We all face such questions, whether grandparents, grandchildren, parents, the children each of us once were, or participants in this seminary community or any formational setting. Here we learn to minister and be ministered to. We invite each other into sacred spaces. This includes not least the core of who we are, how we became who we are, who we’re yet to become. This can mean going down, down, down into the layers of our selves and stories, our laughters and joys, our traumas and tears.

It also means gazing out—out across the large social, environmental, climatological, and global forces shaping our most intimate beings. To see, for example, how sensitive a grandchild is to a minute shift in gaze or voice is to grasp that the merest external breeze can twist our formation.. Even the slightest gusts of violence actual or threatened, of abuse, of racism, of marginalization by poverty, sickness, low-status occupations, having our identity viewed as abomination, can distort your and my ability to embrace that great gift—being formed in the very image of God.

In seminary, university, church, or other communities informed by faith understandings, we’re invited to wrestle with how to understand, confront, and transform the forces that twist us. We’re called to root ourselves in that amazing inaugural dream of Jesus. Grasping matters at levels more profound than we ever will, he launched his ministry with a vision of what it would take to re-form his followers, to gather their shards of glass back into panes through which the holy could shine into their very cores. As Jesus put it in Luke 4:18-19,

“The Spirit of the Lord is upon me, because he has anointed me to bring good news to the poor. He has sent me to proclaim release to the captives and recovery of sight to the blind, to let the oppressed go free, to proclaim the year of the Lord’s favor.”

Here we are—in shards. Here we also are—able to exchange with each other something like a grandparent’s gaze through which to see and treasure in midstream that Big Bang of creation—our becoming the persons we’re meant to be.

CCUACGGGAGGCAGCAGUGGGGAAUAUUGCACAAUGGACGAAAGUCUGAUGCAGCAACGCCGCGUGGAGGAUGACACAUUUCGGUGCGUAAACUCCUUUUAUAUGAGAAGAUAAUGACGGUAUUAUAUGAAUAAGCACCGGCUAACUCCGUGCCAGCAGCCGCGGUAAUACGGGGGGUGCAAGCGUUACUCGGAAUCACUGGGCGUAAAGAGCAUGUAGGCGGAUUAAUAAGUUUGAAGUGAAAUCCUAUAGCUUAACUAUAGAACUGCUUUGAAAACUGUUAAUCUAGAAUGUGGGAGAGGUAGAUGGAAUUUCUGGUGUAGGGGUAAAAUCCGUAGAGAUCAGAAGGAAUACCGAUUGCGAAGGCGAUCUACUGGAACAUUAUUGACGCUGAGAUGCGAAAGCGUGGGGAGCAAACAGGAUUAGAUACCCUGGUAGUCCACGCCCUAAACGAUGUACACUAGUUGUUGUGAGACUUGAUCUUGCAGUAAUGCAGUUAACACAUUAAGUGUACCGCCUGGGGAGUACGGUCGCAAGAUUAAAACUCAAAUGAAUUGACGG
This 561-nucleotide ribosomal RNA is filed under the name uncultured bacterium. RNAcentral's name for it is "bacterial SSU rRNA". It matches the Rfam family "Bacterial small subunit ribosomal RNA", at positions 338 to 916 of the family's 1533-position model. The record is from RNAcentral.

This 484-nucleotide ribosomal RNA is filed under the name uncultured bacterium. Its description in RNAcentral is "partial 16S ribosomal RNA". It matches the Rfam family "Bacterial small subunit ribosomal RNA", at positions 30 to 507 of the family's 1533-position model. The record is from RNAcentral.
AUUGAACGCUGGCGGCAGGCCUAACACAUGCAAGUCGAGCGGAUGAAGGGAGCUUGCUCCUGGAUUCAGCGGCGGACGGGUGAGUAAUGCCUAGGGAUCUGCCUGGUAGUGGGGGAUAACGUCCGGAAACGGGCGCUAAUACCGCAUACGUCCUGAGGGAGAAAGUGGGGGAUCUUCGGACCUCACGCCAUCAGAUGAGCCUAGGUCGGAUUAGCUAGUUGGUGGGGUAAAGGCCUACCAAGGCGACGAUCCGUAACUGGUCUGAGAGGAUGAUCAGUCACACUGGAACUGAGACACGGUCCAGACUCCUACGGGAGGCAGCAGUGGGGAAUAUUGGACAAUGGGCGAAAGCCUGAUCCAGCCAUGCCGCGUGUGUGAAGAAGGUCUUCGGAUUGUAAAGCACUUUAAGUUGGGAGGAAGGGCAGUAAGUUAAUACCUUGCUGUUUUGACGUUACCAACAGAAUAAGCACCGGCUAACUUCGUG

This is why some of the most amazing moments in seminary life are the stories seniors tell in graduates’ brunch of arriving lost and departing found. This is why one of the most awe-inspiring things any of us can do is to participate in the miracle of becoming ourselves.

Though not speaking here officially on behalf of EMS, Michael A. King is dean, Eastern Mennonite Seminary; blogger and editor, Kingsview & Co; and publisher, Cascadia Publishing House LLC. This post has roots in a September 1, 2015, EMS convocation presentation.


ShMHKC2015poste was spellbound. As I watched her, the spell stretched over to bind and bless me too.

We were flying away from a week that had included hurt and sorrow for many. Our denominational convention in seeking to strengthen the ties that bind us in Christian love had sometimes achieved this but also sometimes torn the threads.

Soon enough she’ll need to be finding her own path through all the ways we wound each other. In fact, because she was born into this flow of pain going back to the very beginning, back to the angel with the flaming sword barring the return to Eden, she too is already wounded. All of us who care for her are already in ways known and unknown shaping her not only through our love but also through the frailties our own births into the brokenness have formed in us.

But right then she was spellbound. I imagine she couldn’t even grasp the concept of flight; I doubt she understood that she was in a vast airborne bus and that what she was seeing was thousands of feet below her. Yet as the plane descended, quickly now, toward the runway, the houses and trees and cars were turned golden by the setting sun and at the same time the lights of approaching night began to flick on all across the landscape. She can’t talk yet so I don’t know precisely how her brain was relaying the magic to her. Yet the wonder of it did seem to have caught her attention.

In turn, she caught my attention, this dear granddaughter reminding me that there are more primal ways to experience the world than my grizzled, aging self, too caught up in life’s complexities to see much more than the burdens, often manages. And witnessing her spell then opening myself to it did envelop me in grace.

My granddaughter’s spell took me back to those first days of creation, when God hovered over the face of the chaos, over all that was formless and void, and spoke into being light and dark, mountains and valleys, dry land and heaving seas, trees and flowers, amazing animals, cool bugs and irritating but needed critters, birds singing and getting their early worms (or hopping around Amtrak’s 30th Street Station gobbling noodles, as happened on Sunday), women and men and children in all their endless varieties. I remembered that God looked upon all this and marveled at how good it was.

I saw that my granddaughter, though lacking the words or concepts to explain it, was present to it. In her wordless way, she was treasuring it. Even amid the grief and pain that was still much with me and will long be with us, gratefully I joined her in the worship.

—Michael A. King is blogger and editor, Kingsview & Co; dean, Eastern Mennonite Seminary; and owner, Cascadia Publishing House LLC